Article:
- Identify how taxonomy can change your UX
- Apply taxonomy-driven design in your organization
- Deliver content through taxonomy-driven structures
- Capitalize on the unique aspects of dynamic content
Not to sound too much like a pharmaceutical commercial, but is your disorganized content throwing off your user experience? Do you suffer from content sprawl? If so, then we’ve got your medicine. And her name is Stephanie Lemieux.
She knows that information architecture is more than just navigation or structure. Instead, it’s how your users find you, understand you, and continue interacting with your company over time. If flexibility in content publishing is a key goal for your team, then it’s time to try taxonomy-driven design.
Identify how taxonomy can change your UX
- Learn the differences that guide different kinds of taxonomies
- Determine which kinds of taxonomy map most closely to your business goals
Apply taxonomy-driven design in your organization
- Maximize the use of your taxonomy in your cross-selling, up-selling, or recommendation engines
- Construct topic pages using structures and search-driven display elements
Deliver content through taxonomy-driven structures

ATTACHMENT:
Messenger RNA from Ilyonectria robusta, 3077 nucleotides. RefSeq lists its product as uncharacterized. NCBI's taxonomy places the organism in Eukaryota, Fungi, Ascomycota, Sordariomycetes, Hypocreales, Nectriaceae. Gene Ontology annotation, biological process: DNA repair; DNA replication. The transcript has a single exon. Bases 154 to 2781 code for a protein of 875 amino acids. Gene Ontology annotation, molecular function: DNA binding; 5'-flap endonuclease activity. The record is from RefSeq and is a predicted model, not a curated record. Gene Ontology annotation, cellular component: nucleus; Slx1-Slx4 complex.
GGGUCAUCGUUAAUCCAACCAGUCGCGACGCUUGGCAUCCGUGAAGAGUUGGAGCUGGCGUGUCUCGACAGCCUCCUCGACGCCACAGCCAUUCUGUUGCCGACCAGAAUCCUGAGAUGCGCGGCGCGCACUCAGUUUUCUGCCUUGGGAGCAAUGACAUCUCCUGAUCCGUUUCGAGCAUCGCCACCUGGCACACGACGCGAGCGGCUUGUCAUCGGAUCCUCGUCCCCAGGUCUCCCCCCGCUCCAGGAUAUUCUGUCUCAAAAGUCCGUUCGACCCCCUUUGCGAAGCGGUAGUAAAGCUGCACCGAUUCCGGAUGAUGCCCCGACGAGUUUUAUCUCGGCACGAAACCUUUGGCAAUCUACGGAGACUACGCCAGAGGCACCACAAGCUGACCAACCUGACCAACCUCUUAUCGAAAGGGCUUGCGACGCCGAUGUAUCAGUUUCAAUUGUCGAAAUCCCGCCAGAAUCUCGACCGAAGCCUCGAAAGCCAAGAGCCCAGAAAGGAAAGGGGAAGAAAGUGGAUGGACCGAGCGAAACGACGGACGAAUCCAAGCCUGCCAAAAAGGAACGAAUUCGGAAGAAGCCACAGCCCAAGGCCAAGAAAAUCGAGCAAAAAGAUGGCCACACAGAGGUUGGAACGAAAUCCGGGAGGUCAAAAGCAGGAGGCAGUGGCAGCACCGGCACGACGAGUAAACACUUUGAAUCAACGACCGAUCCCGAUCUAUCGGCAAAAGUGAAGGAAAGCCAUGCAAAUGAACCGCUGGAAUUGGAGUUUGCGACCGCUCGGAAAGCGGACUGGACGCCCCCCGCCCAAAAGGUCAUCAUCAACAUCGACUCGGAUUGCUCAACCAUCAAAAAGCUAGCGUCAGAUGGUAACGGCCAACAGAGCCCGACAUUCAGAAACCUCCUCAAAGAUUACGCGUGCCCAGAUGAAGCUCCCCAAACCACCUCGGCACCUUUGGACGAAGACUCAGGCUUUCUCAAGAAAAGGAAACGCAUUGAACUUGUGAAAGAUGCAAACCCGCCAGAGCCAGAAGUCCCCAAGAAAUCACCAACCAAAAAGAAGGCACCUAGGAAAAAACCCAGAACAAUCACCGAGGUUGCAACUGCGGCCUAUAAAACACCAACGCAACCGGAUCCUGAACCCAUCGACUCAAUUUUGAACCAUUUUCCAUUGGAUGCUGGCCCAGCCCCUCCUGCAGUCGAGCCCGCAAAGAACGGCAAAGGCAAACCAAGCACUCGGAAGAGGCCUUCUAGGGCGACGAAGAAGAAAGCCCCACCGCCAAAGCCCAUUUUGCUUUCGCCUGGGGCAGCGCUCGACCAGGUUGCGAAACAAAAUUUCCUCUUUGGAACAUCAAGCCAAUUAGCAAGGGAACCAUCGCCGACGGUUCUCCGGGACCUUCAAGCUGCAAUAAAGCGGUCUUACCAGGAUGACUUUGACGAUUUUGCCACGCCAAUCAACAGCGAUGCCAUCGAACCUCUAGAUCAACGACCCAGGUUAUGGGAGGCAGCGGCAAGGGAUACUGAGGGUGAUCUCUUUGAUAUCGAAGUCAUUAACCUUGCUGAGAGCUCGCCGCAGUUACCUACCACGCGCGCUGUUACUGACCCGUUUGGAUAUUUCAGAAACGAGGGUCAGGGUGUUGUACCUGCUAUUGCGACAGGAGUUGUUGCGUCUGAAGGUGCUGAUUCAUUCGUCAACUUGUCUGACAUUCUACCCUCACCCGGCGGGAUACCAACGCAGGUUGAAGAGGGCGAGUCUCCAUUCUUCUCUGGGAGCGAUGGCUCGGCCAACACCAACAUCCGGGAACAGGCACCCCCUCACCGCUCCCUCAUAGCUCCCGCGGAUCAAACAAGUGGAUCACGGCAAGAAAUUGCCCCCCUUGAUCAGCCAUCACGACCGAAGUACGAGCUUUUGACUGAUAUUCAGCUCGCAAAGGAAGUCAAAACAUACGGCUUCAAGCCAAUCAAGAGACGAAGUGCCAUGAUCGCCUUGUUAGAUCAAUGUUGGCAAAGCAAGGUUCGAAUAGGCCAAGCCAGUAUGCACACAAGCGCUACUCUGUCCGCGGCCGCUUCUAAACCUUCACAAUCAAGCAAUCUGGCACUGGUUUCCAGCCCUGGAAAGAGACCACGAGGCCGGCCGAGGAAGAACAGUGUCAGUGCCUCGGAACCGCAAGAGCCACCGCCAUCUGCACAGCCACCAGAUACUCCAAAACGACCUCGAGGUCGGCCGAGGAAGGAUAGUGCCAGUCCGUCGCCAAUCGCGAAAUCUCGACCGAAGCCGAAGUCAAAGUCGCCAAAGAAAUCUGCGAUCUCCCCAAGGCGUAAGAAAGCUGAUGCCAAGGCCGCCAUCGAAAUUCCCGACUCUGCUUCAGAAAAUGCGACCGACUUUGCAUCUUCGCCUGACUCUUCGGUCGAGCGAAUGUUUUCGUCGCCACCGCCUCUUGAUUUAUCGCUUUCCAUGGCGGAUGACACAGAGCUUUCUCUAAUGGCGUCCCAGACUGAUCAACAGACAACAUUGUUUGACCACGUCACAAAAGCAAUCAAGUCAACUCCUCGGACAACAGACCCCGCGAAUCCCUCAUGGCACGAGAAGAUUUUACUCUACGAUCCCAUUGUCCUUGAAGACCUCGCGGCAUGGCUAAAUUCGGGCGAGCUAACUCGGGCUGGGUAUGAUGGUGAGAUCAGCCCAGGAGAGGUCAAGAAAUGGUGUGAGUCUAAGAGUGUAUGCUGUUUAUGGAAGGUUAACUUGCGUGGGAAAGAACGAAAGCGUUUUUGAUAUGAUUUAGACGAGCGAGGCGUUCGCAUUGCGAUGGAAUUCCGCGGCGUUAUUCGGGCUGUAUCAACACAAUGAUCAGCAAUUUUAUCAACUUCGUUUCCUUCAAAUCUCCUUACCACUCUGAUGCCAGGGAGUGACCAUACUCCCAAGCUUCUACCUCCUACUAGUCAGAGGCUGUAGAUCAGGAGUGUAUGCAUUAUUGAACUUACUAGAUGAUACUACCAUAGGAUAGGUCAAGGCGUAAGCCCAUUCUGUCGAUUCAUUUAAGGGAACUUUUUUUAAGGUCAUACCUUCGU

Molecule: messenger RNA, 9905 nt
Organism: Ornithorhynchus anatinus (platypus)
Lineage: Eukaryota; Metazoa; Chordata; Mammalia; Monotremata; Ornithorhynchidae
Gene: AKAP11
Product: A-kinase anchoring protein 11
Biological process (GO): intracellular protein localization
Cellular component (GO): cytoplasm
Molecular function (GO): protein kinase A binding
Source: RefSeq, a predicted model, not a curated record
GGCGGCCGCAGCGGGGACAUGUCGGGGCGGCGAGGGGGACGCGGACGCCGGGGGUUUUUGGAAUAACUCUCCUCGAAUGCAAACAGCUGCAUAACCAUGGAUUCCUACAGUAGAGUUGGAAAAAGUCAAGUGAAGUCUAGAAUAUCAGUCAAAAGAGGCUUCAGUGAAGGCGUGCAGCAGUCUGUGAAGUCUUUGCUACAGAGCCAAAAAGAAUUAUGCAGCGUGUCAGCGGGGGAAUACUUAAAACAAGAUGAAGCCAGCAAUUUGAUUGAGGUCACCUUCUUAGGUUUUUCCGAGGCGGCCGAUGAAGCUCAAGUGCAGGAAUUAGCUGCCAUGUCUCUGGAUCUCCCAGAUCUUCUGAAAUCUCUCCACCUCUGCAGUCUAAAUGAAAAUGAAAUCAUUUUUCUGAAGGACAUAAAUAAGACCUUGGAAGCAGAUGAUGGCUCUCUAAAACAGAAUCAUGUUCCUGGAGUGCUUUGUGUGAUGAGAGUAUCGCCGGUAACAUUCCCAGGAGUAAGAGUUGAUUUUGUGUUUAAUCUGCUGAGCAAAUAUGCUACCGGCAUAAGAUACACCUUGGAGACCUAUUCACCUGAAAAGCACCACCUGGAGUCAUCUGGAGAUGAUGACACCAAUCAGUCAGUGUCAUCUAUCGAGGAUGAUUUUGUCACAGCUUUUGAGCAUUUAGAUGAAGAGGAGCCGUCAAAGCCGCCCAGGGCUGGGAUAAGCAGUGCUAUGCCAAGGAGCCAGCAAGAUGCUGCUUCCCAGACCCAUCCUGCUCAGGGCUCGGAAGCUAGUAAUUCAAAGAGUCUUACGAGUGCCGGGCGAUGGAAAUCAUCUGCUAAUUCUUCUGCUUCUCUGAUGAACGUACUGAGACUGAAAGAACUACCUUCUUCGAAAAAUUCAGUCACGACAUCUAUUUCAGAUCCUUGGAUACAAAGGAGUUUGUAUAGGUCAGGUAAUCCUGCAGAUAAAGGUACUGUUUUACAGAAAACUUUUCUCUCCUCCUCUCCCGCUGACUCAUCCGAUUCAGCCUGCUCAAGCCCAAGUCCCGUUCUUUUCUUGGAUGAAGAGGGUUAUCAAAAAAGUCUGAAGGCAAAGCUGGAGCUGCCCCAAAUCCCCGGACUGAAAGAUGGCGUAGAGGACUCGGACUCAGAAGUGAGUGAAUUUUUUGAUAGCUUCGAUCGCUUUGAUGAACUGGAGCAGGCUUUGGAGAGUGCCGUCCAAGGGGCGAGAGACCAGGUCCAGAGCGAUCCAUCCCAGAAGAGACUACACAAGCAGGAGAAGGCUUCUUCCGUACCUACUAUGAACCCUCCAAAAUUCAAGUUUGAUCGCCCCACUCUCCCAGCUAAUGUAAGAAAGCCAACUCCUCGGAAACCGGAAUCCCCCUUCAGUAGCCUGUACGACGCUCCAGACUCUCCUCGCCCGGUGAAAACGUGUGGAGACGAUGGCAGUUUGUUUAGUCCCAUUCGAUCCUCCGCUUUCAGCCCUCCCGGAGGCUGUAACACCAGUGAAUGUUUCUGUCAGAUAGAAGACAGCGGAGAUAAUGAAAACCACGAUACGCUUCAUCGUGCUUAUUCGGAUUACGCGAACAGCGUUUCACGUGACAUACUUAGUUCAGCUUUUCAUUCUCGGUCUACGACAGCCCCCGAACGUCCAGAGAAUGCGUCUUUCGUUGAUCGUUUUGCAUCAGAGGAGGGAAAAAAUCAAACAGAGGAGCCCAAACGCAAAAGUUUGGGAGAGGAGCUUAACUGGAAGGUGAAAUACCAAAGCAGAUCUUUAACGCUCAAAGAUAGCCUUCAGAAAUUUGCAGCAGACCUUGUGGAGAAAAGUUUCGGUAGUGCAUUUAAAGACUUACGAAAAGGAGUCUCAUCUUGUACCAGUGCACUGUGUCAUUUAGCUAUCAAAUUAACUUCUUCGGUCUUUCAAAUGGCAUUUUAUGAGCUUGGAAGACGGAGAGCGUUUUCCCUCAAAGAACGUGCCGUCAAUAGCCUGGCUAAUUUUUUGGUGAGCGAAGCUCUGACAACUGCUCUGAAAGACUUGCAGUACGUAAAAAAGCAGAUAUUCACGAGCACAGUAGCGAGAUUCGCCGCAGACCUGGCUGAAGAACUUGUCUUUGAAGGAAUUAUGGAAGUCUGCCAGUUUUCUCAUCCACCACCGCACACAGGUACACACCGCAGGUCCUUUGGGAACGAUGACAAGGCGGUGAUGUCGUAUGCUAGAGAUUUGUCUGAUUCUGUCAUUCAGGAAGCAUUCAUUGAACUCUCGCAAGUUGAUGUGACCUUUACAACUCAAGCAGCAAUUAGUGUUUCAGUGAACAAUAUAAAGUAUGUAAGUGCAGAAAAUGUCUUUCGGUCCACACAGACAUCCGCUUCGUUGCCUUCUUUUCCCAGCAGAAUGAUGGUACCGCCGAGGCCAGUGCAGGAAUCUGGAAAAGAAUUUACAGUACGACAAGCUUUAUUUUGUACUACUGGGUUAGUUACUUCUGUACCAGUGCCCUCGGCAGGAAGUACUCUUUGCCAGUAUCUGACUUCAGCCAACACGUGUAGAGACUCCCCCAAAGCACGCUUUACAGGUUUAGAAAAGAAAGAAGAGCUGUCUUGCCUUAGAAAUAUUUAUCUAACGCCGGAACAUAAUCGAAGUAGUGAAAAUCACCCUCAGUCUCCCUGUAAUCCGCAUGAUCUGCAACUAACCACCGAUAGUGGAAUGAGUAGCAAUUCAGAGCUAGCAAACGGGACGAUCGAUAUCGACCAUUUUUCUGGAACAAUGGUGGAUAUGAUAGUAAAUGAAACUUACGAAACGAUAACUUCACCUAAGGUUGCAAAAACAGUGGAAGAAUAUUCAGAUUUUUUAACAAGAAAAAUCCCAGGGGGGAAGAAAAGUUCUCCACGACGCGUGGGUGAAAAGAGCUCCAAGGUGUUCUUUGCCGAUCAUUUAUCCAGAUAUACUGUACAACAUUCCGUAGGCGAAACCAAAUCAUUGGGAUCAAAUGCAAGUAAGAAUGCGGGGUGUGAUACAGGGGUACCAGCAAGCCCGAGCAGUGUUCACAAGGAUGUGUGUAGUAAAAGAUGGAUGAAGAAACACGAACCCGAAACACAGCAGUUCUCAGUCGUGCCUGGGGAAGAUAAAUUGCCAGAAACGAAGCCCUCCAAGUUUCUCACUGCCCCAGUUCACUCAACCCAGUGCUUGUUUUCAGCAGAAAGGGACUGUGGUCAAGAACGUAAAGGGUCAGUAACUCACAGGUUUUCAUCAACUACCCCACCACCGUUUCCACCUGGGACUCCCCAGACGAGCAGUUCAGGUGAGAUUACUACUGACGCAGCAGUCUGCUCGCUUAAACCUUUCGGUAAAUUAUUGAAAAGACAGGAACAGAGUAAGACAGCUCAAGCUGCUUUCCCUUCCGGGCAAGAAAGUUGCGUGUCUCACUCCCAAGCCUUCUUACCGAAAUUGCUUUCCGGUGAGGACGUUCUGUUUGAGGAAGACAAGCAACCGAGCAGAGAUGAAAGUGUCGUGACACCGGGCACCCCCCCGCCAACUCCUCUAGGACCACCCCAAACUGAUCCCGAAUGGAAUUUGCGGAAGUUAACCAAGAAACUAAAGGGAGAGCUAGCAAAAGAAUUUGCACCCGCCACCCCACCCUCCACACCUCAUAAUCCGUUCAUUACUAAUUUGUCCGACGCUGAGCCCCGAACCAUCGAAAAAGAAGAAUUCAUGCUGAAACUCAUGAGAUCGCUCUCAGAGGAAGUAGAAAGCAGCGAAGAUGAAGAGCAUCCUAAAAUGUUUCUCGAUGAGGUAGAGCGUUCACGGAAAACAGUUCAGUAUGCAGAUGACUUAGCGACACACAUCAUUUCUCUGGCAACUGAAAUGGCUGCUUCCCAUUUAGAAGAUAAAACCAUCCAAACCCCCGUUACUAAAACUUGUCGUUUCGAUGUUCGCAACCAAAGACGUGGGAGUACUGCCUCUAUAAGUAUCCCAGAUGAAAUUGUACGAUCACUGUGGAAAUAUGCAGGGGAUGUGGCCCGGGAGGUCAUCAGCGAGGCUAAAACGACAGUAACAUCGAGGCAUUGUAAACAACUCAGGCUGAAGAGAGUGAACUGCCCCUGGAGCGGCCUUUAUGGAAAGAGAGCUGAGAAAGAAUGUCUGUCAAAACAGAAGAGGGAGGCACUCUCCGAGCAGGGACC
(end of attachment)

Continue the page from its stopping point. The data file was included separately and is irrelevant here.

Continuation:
- Embed the taxonomy into your existing content structure
- Surface content in multiple contexts—regardless of where that content lives
Capitalize on the unique aspects of dynamic content
- Understand where and why automation can deteriorate your quality
- Maintain quality with frequency, relevance, and tailored content
Watch this seminar if you:
- Want to create dynamic content that works across devices, contexts, layouts, and user networks
- Realize that you don’t have to be bound by physical structures—especially in SharePoint
- Are ready to make your content more meaningful, helpful, and flexible
Stephanie explains what you'll learn in this 90‑second preview…
If words like “SharePoint,” “CMS,” or “taxonomy” are part of your day-to-day lingo at work, then consider Stephanie Lemieux your design coach. After all, she’s an expert in transforming content into more flexible, meaningful user experiences.
As the principal of Dovecot Studio, Stephanie has helped diverse clients such as Nickelodeon, Arcade Fire, and the United Nations to make more sense of their content. And it’s no surprise – she’s got an uncanny ability to recognize common taxonomy issues, then re-structure content to create more helpful, usable products.
Before founding her consulting studio, Stephanie worked at Earley & Associates, where she helped clients including Best Buy, American Greetings, and Motorola. She also wrote “Integrating Taxonomy and Content Management” in the first volume of Information Management Best Practices.
Get more taxonomy goodness on Twitter by following @dovecotstudio